My two depression era dressers have proven to be challenging pieces to refinish.
I’ve struggled with both of these pieces throughout their makeovers. Every piece that I work on brings its own set of unique challenges to the table, and these little buggers were no different.
The horizontal dresser had the most damage of the two. I started its makeover by removing the damaged veneer from the top with my heat gun and a putty knife.
I thought the wood underneath would stain up well, but I was wrong. (That happens every now and then!) After sanding it down, I applied a stain but there were strange marks that appeared. I think they were the areas where the glue was still embedded in the wood. Speaking of the wood, bits of it were green when I sanded it down. I thought they would blend in when I stained it, but alas, they peeked through too.
This definitely wasn’t the look I was going for, so I grabbed a can of Dark Chocolate Milk Paint by General Finishes and my large F50 Cling On brush (I sell these brushes in my retail spaces at Morgantown Market and Homestead Studiosand I highly recommend them!)
I gave the can a good stir,
and applied two layers. It covered all of the ugly mess on the top and gave me the appearance of a wood top with the full coverage I was trying to achieve.
I waited a few hours in between each coat to make sure the paint had completely dried. When you are using dark colors, you have to make sure that you don’t trap any moisture in between each layer you’re adding. You can see that this layer was still drying when I took this photo (hence the dark spots at the top).
I painted the base of the dresser in Annie Sloan’s Chalk Paint in Amsterdam Green.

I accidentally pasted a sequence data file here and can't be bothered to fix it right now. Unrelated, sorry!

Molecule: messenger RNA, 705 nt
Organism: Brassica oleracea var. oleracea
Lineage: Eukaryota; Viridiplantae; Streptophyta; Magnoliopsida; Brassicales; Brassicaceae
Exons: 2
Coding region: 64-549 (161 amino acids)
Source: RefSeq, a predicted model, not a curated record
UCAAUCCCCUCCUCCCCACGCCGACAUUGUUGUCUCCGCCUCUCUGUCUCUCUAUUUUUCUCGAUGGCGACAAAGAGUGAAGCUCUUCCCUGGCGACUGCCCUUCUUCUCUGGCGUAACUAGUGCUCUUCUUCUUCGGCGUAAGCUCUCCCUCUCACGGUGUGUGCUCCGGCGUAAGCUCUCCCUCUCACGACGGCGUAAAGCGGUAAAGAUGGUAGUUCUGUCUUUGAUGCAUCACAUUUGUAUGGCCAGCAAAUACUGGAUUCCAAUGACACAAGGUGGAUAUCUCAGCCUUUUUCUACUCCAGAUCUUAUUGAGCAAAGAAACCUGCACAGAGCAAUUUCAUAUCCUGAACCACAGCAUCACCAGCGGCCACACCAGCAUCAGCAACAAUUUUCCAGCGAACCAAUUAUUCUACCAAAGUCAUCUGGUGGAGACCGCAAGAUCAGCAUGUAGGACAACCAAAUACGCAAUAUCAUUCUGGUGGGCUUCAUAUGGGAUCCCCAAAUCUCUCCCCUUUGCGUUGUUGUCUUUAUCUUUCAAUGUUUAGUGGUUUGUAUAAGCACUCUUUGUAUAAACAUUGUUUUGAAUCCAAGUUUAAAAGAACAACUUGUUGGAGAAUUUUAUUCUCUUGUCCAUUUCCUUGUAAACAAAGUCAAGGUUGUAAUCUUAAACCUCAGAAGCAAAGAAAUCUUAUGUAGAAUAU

(Please pardon the blown out background in the photo above. I’m still finding the magic conditions to photograph in my basement workshop.)
The bottom drawer of the dresser needed to be repaired, so I asked a local woodworker/carpenter to help me out. He reconstructed the bottom of the two sides and laced in new wood so the drawer wouldn’t fall apart when you opened it.
While I was waiting for my drawer to come back, I decided to work on the tall dresser. I truly agonized over what color to paint this one. What was throwing me was the ornate details of its shape.
I really wanted to paint it white to lighten its aesthetic footprint, but the original finish was very red/purple, so I would have needed to prime it, which I wasn’t really in the mood to do. Believe it or not, I get weary of the painting process every now and then.
So, to make my life easier, I opted for the always classy Coastal Blue by General Finishes, which is a gorgeous navy.
As you can see in the photo above, I had to remove all of the veneer on the bottom drawer. There was evidence of water damage and over half of the veneer was peeling away. I pried it off easily with my fingers.
So at this point in the makeover, I was happy with the color but it looked a bit…boring. There were a lot of details that were disappearing into the blue paint, so I tried highlighting them with some Rub ‘N Buff.